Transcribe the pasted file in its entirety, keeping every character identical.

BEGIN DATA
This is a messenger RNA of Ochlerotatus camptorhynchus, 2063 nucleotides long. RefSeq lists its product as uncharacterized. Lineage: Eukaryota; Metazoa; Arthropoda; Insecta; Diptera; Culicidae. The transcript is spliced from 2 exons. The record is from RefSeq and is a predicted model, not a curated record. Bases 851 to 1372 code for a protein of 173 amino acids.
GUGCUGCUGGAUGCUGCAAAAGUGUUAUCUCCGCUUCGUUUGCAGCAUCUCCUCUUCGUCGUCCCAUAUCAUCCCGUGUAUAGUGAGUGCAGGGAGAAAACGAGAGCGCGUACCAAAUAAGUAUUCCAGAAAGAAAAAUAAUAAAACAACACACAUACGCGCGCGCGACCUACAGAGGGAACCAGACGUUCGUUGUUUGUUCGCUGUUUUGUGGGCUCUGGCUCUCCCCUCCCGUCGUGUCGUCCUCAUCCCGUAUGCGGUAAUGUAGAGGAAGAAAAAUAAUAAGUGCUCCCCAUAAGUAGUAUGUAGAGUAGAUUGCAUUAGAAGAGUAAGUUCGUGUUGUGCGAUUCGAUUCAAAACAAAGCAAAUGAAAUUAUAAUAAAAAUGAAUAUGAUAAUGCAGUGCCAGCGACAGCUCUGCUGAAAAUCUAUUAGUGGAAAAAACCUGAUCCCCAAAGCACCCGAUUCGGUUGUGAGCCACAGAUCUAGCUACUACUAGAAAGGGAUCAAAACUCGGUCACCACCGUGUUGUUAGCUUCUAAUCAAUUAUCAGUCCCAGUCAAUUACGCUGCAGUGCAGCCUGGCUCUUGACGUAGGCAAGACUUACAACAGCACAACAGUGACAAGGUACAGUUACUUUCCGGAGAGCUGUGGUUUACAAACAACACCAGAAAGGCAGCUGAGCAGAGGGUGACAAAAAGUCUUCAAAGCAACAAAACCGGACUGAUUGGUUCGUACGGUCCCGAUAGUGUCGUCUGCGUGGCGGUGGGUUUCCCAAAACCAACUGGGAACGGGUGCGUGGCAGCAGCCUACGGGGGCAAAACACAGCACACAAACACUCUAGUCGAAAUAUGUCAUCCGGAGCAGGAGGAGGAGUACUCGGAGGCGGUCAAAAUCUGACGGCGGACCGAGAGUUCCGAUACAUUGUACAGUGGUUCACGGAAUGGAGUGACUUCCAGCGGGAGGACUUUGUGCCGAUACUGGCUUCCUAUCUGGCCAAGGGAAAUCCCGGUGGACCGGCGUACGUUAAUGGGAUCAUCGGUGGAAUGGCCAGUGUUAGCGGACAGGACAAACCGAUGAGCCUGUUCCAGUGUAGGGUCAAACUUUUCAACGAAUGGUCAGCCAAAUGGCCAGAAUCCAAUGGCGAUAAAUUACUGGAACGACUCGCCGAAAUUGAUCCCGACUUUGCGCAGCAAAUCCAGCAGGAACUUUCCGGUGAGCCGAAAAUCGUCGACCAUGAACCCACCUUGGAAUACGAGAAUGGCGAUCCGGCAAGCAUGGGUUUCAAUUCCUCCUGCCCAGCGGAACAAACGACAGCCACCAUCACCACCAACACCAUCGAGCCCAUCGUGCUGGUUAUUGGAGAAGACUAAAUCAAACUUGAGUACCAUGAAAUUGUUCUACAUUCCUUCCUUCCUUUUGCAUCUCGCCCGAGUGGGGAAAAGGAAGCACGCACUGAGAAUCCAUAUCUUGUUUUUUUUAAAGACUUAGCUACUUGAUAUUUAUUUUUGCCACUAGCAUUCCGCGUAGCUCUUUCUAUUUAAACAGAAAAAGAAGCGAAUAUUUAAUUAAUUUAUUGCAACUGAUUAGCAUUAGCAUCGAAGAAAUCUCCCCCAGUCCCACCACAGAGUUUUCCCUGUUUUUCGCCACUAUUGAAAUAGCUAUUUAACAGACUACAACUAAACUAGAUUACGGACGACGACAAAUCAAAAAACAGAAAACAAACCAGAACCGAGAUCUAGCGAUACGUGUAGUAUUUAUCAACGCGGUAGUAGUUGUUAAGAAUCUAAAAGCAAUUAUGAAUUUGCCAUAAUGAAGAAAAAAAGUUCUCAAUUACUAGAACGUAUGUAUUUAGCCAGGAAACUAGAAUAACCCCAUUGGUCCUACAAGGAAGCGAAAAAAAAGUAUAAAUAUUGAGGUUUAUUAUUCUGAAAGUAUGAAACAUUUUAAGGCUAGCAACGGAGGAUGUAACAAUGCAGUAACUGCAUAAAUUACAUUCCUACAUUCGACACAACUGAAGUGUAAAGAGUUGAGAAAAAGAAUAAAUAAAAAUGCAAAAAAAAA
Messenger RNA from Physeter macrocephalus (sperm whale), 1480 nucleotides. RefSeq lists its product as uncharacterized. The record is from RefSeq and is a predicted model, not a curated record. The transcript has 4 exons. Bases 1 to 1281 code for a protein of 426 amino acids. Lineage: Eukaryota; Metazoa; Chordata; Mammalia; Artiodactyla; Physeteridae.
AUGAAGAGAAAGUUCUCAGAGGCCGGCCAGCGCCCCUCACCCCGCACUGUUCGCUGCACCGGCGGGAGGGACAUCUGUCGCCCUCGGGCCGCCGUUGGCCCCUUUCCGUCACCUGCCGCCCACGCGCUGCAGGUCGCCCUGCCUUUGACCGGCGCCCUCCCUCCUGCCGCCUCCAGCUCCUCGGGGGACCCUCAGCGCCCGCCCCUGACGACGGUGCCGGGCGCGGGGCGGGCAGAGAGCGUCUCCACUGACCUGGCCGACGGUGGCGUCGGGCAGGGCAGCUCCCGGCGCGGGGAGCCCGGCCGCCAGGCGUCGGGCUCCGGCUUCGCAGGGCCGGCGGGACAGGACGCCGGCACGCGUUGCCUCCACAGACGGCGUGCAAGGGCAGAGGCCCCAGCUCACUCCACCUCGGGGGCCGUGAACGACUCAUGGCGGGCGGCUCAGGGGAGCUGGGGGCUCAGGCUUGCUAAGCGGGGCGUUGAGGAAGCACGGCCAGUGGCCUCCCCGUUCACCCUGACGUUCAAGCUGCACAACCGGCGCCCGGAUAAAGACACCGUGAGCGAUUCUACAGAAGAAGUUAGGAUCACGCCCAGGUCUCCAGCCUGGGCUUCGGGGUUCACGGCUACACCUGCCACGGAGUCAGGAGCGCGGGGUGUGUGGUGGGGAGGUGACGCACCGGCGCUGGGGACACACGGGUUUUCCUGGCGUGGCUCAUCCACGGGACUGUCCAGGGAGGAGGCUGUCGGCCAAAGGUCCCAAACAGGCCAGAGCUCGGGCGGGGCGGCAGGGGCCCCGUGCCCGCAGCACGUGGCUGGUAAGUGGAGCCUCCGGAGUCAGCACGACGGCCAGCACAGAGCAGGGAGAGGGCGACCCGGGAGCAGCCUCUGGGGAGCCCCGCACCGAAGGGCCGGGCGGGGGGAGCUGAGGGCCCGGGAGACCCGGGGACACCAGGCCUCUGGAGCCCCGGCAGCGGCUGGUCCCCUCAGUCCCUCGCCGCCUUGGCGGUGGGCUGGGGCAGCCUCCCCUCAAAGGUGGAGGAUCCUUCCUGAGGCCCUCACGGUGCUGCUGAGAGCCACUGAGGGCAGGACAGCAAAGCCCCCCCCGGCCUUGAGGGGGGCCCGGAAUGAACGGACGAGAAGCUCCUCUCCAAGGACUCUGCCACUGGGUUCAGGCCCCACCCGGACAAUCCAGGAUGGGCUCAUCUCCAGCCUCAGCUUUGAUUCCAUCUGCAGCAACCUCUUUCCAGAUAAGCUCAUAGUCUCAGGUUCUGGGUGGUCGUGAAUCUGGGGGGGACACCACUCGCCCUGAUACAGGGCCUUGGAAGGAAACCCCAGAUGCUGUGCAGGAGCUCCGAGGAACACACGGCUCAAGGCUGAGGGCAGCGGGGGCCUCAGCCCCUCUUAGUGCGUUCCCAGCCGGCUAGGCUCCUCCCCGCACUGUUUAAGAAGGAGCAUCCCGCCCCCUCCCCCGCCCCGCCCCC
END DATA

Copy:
This is a messenger RNA of Ochlerotatus camptorhynchus, 2063 nucleotides long. RefSeq lists its product as uncharacterized. Lineage: Eukaryota; Metazoa; Arthropoda; Insecta; Diptera; Culicidae. The transcript is spliced from 2 exons. The record is from RefSeq and is a predicted model, not a curated record. Bases 851 to 1372 code for a protein of 173 amino acids.
GUGCUGCUGGAUGCUGCAAAAGUGUUAUCUCCGCUUCGUUUGCAGCAUCUCCUCUUCGUCGUCCCAUAUCAUCCCGUGUAUAGUGAGUGCAGGGAGAAAACGAGAGCGCGUACCAAAUAAGUAUUCCAGAAAGAAAAAUAAUAAAACAACACACAUACGCGCGCGCGACCUACAGAGGGAACCAGACGUUCGUUGUUUGUUCGCUGUUUUGUGGGCUCUGGCUCUCCCCUCCCGUCGUGUCGUCCUCAUCCCGUAUGCGGUAAUGUAGAGGAAGAAAAAUAAUAAGUGCUCCCCAUAAGUAGUAUGUAGAGUAGAUUGCAUUAGAAGAGUAAGUUCGUGUUGUGCGAUUCGAUUCAAAACAAAGCAAAUGAAAUUAUAAUAAAAAUGAAUAUGAUAAUGCAGUGCCAGCGACAGCUCUGCUGAAAAUCUAUUAGUGGAAAAAACCUGAUCCCCAAAGCACCCGAUUCGGUUGUGAGCCACAGAUCUAGCUACUACUAGAAAGGGAUCAAAACUCGGUCACCACCGUGUUGUUAGCUUCUAAUCAAUUAUCAGUCCCAGUCAAUUACGCUGCAGUGCAGCCUGGCUCUUGACGUAGGCAAGACUUACAACAGCACAACAGUGACAAGGUACAGUUACUUUCCGGAGAGCUGUGGUUUACAAACAACACCAGAAAGGCAGCUGAGCAGAGGGUGACAAAAAGUCUUCAAAGCAACAAAACCGGACUGAUUGGUUCGUACGGUCCCGAUAGUGUCGUCUGCGUGGCGGUGGGUUUCCCAAAACCAACUGGGAACGGGUGCGUGGCAGCAGCCUACGGGGGCAAAACACAGCACACAAACACUCUAGUCGAAAUAUGUCAUCCGGAGCAGGAGGAGGAGUACUCGGAGGCGGUCAAAAUCUGACGGCGGACCGAGAGUUCCGAUACAUUGUACAGUGGUUCACGGAAUGGAGUGACUUCCAGCGGGAGGACUUUGUGCCGAUACUGGCUUCCUAUCUGGCCAAGGGAAAUCCCGGUGGACCGGCGUACGUUAAUGGGAUCAUCGGUGGAAUGGCCAGUGUUAGCGGACAGGACAAACCGAUGAGCCUGUUCCAGUGUAGGGUCAAACUUUUCAACGAAUGGUCAGCCAAAUGGCCAGAAUCCAAUGGCGAUAAAUUACUGGAACGACUCGCCGAAAUUGAUCCCGACUUUGCGCAGCAAAUCCAGCAGGAACUUUCCGGUGAGCCGAAAAUCGUCGACCAUGAACCCACCUUGGAAUACGAGAAUGGCGAUCCGGCAAGCAUGGGUUUCAAUUCCUCCUGCCCAGCGGAACAAACGACAGCCACCAUCACCACCAACACCAUCGAGCCCAUCGUGCUGGUUAUUGGAGAAGACUAAAUCAAACUUGAGUACCAUGAAAUUGUUCUACAUUCCUUCCUUCCUUUUGCAUCUCGCCCGAGUGGGGAAAAGGAAGCACGCACUGAGAAUCCAUAUCUUGUUUUUUUUAAAGACUUAGCUACUUGAUAUUUAUUUUUGCCACUAGCAUUCCGCGUAGCUCUUUCUAUUUAAACAGAAAAAGAAGCGAAUAUUUAAUUAAUUUAUUGCAACUGAUUAGCAUUAGCAUCGAAGAAAUCUCCCCCAGUCCCACCACAGAGUUUUCCCUGUUUUUCGCCACUAUUGAAAUAGCUAUUUAACAGACUACAACUAAACUAGAUUACGGACGACGACAAAUCAAAAAACAGAAAACAAACCAGAACCGAGAUCUAGCGAUACGUGUAGUAUUUAUCAACGCGGUAGUAGUUGUUAAGAAUCUAAAAGCAAUUAUGAAUUUGCCAUAAUGAAGAAAAAAAGUUCUCAAUUACUAGAACGUAUGUAUUUAGCCAGGAAACUAGAAUAACCCCAUUGGUCCUACAAGGAAGCGAAAAAAAAGUAUAAAUAUUGAGGUUUAUUAUUCUGAAAGUAUGAAACAUUUUAAGGCUAGCAACGGAGGAUGUAACAAUGCAGUAACUGCAUAAAUUACAUUCCUACAUUCGACACAACUGAAGUGUAAAGAGUUGAGAAAAAGAAUAAAUAAAAAUGCAAAAAAAAA
Messenger RNA from Physeter macrocephalus (sperm whale), 1480 nucleotides. RefSeq lists its product as uncharacterized. The record is from RefSeq and is a predicted model, not a curated record. The transcript has 4 exons. Bases 1 to 1281 code for a protein of 426 amino acids. Lineage: Eukaryota; Metazoa; Chordata; Mammalia; Artiodactyla; Physeteridae.
AUGAAGAGAAAGUUCUCAGAGGCCGGCCAGCGCCCCUCACCCCGCACUGUUCGCUGCACCGGCGGGAGGGACAUCUGUCGCCCUCGGGCCGCCGUUGGCCCCUUUCCGUCACCUGCCGCCCACGCGCUGCAGGUCGCCCUGCCUUUGACCGGCGCCCUCCCUCCUGCCGCCUCCAGCUCCUCGGGGGACCCUCAGCGCCCGCCCCUGACGACGGUGCCGGGCGCGGGGCGGGCAGAGAGCGUCUCCACUGACCUGGCCGACGGUGGCGUCGGGCAGGGCAGCUCCCGGCGCGGGGAGCCCGGCCGCCAGGCGUCGGGCUCCGGCUUCGCAGGGCCGGCGGGACAGGACGCCGGCACGCGUUGCCUCCACAGACGGCGUGCAAGGGCAGAGGCCCCAGCUCACUCCACCUCGGGGGCCGUGAACGACUCAUGGCGGGCGGCUCAGGGGAGCUGGGGGCUCAGGCUUGCUAAGCGGGGCGUUGAGGAAGCACGGCCAGUGGCCUCCCCGUUCACCCUGACGUUCAAGCUGCACAACCGGCGCCCGGAUAAAGACACCGUGAGCGAUUCUACAGAAGAAGUUAGGAUCACGCCCAGGUCUCCAGCCUGGGCUUCGGGGUUCACGGCUACACCUGCCACGGAGUCAGGAGCGCGGGGUGUGUGGUGGGGAGGUGACGCACCGGCGCUGGGGACACACGGGUUUUCCUGGCGUGGCUCAUCCACGGGACUGUCCAGGGAGGAGGCUGUCGGCCAAAGGUCCCAAACAGGCCAGAGCUCGGGCGGGGCGGCAGGGGCCCCGUGCCCGCAGCACGUGGCUGGUAAGUGGAGCCUCCGGAGUCAGCACGACGGCCAGCACAGAGCAGGGAGAGGGCGACCCGGGAGCAGCCUCUGGGGAGCCCCGCACCGAAGGGCCGGGCGGGGGGAGCUGAGGGCCCGGGAGACCCGGGGACACCAGGCCUCUGGAGCCCCGGCAGCGGCUGGUCCCCUCAGUCCCUCGCCGCCUUGGCGGUGGGCUGGGGCAGCCUCCCCUCAAAGGUGGAGGAUCCUUCCUGAGGCCCUCACGGUGCUGCUGAGAGCCACUGAGGGCAGGACAGCAAAGCCCCCCCCGGCCUUGAGGGGGGCCCGGAAUGAACGGACGAGAAGCUCCUCUCCAAGGACUCUGCCACUGGGUUCAGGCCCCACCCGGACAAUCCAGGAUGGGCUCAUCUCCAGCCUCAGCUUUGAUUCCAUCUGCAGCAACCUCUUUCCAGAUAAGCUCAUAGUCUCAGGUUCUGGGUGGUCGUGAAUCUGGGGGGGACACCACUCGCCCUGAUACAGGGCCUUGGAAGGAAACCCCAGAUGCUGUGCAGGAGCUCCGAGGAACACACGGCUCAAGGCUGAGGGCAGCGGGGGCCUCAGCCCCUCUUAGUGCGUUCCCAGCCGGCUAGGCUCCUCCCCGCACUGUUUAAGAAGGAGCAUCCCGCCCCCUCCCCCGCCCCGCCCCC